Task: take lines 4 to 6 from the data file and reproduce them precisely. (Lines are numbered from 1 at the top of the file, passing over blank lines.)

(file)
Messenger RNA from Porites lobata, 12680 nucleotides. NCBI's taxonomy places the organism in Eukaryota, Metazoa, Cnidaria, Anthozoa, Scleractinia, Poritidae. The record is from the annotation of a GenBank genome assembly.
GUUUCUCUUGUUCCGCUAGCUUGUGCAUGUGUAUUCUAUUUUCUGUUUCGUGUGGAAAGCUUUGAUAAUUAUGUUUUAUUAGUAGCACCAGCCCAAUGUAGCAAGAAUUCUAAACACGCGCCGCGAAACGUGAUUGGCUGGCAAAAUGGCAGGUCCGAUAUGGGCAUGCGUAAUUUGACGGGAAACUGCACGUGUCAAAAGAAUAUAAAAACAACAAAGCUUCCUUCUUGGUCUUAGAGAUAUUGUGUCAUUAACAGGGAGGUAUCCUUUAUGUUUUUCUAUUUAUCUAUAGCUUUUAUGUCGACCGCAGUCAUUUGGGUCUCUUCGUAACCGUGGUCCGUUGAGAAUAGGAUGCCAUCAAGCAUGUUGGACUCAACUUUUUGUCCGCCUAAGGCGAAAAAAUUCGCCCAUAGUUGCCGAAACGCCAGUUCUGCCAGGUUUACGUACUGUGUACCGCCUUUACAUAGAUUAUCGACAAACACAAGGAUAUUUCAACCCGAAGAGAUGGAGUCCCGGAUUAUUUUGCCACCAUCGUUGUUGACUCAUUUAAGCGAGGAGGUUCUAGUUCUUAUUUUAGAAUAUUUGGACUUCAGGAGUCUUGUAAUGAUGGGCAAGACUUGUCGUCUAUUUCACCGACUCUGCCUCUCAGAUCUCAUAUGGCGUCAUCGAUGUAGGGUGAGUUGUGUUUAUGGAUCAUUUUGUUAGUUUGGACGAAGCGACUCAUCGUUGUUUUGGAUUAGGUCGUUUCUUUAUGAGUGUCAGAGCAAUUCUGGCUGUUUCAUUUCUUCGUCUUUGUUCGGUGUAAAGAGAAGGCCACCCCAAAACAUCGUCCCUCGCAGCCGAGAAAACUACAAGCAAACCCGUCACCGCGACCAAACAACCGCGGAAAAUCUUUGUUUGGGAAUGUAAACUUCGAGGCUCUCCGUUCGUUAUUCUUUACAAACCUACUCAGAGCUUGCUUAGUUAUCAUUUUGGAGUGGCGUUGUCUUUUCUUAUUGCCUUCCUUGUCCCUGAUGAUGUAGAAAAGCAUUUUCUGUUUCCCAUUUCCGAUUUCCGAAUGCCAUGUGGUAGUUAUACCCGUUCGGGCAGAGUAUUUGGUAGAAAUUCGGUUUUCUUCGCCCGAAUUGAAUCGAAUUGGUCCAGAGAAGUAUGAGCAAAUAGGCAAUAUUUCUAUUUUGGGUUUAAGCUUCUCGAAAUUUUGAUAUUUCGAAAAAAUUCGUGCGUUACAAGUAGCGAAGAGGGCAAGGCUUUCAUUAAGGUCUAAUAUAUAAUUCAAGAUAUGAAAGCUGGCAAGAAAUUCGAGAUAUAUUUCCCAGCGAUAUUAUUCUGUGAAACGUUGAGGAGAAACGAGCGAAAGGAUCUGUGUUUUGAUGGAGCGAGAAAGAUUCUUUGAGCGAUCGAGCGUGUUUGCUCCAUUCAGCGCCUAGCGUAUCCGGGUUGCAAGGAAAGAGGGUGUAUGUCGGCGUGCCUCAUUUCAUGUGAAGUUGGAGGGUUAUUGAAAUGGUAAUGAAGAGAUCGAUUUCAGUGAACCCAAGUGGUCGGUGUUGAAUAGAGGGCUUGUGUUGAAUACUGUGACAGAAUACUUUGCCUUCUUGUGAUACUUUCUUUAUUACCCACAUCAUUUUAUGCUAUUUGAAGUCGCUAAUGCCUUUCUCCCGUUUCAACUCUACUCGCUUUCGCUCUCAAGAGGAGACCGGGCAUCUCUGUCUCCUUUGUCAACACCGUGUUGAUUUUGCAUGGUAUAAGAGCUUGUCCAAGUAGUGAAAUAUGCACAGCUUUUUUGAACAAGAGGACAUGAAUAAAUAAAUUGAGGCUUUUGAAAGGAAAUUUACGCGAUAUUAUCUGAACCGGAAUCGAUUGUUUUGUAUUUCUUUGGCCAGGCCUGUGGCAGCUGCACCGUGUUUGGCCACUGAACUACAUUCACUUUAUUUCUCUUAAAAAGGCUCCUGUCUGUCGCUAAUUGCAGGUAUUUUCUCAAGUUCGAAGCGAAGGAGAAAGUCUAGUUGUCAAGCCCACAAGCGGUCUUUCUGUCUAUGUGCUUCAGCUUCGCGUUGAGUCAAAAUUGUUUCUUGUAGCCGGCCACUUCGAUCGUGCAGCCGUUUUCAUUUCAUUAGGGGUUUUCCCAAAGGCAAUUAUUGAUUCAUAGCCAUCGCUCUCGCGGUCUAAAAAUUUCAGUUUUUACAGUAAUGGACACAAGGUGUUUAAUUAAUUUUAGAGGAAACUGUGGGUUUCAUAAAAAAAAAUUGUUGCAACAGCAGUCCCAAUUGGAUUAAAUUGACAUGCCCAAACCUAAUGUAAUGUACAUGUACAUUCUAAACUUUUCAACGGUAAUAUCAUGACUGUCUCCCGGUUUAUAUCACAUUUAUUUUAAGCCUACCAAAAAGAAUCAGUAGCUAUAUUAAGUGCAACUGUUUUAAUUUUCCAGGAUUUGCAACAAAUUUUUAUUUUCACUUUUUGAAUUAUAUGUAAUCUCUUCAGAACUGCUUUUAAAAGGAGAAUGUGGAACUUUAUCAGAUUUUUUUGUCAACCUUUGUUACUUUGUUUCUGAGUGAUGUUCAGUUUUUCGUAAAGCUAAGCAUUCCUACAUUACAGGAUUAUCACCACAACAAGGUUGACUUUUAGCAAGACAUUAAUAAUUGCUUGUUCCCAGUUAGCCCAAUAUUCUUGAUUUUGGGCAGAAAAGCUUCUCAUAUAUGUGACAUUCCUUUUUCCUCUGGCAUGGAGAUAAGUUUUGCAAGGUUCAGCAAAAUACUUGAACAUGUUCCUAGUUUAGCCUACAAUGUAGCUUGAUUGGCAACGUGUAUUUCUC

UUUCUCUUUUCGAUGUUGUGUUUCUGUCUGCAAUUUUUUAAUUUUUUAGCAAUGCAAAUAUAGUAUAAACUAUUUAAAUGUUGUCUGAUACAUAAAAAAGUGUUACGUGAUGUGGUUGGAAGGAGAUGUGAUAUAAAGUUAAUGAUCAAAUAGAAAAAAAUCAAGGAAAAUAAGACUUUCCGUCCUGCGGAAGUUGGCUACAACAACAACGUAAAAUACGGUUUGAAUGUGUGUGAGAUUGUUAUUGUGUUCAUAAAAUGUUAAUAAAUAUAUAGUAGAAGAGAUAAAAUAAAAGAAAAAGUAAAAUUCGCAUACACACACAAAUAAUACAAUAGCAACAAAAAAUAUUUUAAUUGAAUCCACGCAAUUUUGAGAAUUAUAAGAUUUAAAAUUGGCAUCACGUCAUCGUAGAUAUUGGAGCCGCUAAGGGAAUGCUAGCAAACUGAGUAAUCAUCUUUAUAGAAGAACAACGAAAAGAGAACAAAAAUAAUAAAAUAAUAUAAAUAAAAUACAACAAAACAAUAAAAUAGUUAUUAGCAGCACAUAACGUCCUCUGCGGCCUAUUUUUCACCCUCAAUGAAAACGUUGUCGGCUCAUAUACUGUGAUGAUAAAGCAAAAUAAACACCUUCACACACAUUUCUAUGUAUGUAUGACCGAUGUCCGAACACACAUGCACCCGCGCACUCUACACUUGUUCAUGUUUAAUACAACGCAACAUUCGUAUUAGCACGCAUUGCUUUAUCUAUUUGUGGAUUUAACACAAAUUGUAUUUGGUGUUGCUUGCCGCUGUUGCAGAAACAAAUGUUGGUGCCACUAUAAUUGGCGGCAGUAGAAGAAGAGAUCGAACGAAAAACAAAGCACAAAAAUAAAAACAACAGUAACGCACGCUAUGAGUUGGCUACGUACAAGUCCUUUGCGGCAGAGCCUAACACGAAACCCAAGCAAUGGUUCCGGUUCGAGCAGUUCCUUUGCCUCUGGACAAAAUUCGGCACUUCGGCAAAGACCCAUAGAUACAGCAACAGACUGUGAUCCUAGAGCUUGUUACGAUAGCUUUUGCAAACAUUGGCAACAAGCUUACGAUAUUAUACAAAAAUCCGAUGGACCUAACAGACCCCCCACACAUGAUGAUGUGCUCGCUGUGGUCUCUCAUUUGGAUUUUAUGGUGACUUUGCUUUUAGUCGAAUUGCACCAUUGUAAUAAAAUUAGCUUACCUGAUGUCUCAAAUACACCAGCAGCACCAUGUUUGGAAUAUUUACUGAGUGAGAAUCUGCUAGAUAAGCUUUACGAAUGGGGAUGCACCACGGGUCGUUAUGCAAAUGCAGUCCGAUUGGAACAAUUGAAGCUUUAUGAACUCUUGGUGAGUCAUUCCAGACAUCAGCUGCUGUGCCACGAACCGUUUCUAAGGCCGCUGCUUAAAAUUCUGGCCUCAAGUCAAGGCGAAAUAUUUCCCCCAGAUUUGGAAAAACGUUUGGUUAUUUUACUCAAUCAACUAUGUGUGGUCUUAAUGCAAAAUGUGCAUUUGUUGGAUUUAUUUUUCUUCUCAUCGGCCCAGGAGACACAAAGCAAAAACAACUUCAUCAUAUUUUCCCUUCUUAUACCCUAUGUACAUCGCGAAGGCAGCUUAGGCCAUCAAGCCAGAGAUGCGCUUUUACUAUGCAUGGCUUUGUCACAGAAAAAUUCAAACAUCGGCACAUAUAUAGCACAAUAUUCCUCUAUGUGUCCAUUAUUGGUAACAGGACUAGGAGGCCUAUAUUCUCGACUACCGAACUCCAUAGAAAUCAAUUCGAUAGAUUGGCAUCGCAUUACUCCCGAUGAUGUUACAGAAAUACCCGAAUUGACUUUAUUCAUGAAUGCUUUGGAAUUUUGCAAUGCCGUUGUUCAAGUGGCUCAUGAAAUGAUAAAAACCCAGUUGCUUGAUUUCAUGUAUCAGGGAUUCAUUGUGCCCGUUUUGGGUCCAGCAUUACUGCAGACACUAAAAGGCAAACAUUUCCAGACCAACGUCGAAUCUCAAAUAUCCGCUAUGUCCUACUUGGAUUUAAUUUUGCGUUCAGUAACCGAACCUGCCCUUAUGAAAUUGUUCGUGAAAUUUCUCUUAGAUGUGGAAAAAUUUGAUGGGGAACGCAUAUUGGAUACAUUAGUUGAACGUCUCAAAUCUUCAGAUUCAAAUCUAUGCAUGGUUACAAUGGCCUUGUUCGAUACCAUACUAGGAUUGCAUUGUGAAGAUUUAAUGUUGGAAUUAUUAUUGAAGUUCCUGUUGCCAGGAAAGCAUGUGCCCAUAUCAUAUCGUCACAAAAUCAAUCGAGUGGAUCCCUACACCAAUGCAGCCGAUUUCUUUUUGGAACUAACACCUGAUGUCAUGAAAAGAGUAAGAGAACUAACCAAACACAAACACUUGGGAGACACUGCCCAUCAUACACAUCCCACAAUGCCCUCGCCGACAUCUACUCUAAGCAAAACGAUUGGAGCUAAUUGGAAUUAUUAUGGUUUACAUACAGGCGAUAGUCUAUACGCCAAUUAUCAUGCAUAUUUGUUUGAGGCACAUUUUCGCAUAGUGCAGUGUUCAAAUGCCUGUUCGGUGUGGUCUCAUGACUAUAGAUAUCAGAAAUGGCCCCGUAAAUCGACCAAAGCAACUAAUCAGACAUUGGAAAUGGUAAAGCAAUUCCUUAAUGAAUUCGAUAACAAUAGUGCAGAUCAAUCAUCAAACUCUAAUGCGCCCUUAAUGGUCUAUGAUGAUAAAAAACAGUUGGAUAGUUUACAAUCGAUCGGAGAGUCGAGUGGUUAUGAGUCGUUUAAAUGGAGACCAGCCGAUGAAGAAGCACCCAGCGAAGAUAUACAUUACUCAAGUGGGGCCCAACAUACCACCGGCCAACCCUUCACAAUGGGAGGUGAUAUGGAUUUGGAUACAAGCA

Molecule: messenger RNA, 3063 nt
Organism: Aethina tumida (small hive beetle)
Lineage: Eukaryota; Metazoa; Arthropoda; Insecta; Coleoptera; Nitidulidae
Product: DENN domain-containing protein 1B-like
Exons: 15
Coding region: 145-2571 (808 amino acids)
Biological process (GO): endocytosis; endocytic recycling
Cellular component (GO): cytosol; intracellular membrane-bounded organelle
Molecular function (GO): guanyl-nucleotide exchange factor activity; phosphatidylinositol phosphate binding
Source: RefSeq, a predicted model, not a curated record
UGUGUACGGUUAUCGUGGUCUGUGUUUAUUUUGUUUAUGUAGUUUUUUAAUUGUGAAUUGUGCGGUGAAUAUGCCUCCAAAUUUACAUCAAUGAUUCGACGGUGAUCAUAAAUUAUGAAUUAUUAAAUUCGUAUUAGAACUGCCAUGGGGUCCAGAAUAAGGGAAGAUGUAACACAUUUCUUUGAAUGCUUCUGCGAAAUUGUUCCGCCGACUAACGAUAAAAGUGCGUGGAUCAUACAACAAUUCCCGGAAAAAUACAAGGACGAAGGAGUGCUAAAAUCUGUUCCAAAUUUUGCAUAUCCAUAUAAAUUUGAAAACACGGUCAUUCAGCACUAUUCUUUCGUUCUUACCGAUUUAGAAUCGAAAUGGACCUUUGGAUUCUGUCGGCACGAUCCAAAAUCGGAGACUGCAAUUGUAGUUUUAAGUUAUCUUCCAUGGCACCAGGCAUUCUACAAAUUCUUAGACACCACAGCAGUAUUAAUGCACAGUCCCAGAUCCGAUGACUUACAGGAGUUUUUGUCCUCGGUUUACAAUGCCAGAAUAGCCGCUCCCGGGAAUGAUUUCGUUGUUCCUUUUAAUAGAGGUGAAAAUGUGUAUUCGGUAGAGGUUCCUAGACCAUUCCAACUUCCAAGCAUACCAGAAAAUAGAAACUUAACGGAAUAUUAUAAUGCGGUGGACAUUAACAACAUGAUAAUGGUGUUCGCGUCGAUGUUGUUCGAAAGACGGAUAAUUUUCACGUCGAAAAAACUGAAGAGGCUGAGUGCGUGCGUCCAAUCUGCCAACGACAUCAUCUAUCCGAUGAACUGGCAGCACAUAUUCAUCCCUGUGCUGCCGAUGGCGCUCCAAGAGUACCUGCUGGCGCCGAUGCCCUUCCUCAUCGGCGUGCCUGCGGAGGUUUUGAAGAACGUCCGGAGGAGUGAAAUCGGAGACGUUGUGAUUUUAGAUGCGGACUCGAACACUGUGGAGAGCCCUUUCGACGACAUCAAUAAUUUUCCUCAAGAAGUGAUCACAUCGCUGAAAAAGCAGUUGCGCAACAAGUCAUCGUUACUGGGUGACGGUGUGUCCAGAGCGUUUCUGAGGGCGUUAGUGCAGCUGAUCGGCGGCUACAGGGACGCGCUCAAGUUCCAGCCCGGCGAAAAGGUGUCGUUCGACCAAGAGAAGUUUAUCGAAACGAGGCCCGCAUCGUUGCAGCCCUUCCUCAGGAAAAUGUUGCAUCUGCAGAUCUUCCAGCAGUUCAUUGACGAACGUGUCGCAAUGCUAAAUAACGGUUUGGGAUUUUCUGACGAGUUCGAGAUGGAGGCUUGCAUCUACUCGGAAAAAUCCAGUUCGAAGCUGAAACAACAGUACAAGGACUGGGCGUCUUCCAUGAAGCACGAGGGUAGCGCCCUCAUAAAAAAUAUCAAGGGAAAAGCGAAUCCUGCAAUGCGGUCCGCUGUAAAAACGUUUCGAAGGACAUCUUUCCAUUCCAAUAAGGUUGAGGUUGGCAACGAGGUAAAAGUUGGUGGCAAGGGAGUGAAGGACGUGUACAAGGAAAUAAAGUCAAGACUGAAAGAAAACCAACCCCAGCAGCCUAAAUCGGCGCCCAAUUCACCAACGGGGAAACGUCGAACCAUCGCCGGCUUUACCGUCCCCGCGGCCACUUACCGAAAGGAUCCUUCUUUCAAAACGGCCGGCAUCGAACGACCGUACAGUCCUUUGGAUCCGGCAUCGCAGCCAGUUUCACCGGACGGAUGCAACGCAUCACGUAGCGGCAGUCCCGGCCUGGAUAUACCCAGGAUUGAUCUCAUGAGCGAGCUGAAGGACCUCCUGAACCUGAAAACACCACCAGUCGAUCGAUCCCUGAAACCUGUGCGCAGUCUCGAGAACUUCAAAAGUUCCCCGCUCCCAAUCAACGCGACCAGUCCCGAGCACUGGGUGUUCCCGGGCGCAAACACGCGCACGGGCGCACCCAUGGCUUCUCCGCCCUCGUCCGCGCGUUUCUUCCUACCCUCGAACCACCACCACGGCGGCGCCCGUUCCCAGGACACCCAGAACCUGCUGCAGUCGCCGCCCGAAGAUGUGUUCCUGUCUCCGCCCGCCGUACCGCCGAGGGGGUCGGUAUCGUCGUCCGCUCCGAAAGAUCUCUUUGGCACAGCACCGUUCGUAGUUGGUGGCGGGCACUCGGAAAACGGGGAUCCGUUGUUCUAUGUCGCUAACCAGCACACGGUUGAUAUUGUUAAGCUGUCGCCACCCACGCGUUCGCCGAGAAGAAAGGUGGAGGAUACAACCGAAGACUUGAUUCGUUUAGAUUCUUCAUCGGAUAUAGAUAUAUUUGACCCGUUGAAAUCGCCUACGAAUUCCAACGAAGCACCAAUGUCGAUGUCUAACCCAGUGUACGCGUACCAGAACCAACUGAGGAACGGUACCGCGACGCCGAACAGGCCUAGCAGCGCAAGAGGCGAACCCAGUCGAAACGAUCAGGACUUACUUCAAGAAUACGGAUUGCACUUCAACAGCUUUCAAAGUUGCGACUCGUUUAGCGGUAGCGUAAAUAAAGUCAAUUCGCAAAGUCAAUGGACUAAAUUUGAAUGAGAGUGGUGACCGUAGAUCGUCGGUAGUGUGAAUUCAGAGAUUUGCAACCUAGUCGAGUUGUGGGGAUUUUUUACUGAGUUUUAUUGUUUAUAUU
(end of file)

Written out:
Molecule: messenger RNA, 3063 nt
Organism: Aethina tumida (small hive beetle)
Lineage: Eukaryota; Metazoa; Arthropoda; Insecta; Coleoptera; Nitidulidae